There is no vaccine to protect against the Zika virus. But you can take steps to reduce your risk of exposure to the virus.
If you or your partner is pregnant or trying to get pregnant, these tips may help lower your risk of Zika virus infection:
Plan travel carefully. The CDC recommends that all pregnant women avoid traveling to areas where there is an outbreak of the Zika virus.
If you're trying to become pregnant, talk to your doctor about whether you or your partner's upcoming travel plans increase the risk of Zika virus infection. Your doctor may suggest you and your partner wait to try to conceive for two to three months after travel.
- Practice safe sex. If you have a partner who lives in or has traveled to an area where there is an outbreak of the Zika virus, the CDC recommends abstaining from sex during pregnancy or using a condom during all sexual activity.
If you are living in or traveling to areas where the Zika virus is known to be, take steps to reduce your risk of mosquito bites:
- Stay in air-conditioned or well-screened housing. The mosquitoes that carry the Zika virus are most active from dawn to dusk, but they can also bite at night. Consider sleeping under a mosquito bed net, especially if you are outside.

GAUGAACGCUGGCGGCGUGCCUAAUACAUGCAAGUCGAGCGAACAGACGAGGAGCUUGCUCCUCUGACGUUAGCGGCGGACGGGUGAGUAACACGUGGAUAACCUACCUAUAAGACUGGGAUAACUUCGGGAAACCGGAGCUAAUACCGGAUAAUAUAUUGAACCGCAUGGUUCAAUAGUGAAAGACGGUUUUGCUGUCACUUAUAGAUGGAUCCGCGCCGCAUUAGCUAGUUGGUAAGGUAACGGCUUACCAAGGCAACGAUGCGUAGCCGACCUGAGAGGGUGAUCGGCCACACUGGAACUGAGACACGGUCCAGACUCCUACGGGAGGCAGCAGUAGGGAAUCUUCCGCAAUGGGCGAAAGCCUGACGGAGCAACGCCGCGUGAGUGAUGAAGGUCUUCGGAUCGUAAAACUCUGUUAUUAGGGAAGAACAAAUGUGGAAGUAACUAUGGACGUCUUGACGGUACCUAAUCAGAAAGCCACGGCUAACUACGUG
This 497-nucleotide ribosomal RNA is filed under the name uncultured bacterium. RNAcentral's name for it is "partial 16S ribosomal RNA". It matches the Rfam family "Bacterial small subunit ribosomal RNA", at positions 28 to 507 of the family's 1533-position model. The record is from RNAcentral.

- Wear protective clothing. When you go into mosquito-infested areas, wear a long-sleeved shirt, long pants, socks and shoes.
- Use insect repellent. You can apply permethrin to your clothing, shoes, camping gear and bed netting. You can also buy clothing made with permethrin already in it. For your skin, use a repellent that contains DEET, picaridin, or one of the other active ingredients registered with the Environmental Protection Agency and known to be effective against mosquitoes. When used as directed, these repellents are proven safe and effective, even for pregnant and breastfeeding women.
- Reduce mosquito habitat. The mosquitoes that carry the Zika virus usually live in and around houses and breed in standing water that has collected in containers such as animal dishes, flower pots and used automobile tires. At least once a week, empty any sources of standing water to help lower mosquito populations.
The Zika virus and blood donation
In some cases, the Zika virus has spread from one person to another through blood products (blood transfusion). To reduce the risk of spread through blood transfusion, blood donation centers in the United States and its territories are required to screen all blood donations for the Zika virus. If you had Zika or if you live in the U.S. and recently traveled to an area where the Zika virus is widespread, your local blood donation center may recommend that you wait four weeks to donate blood.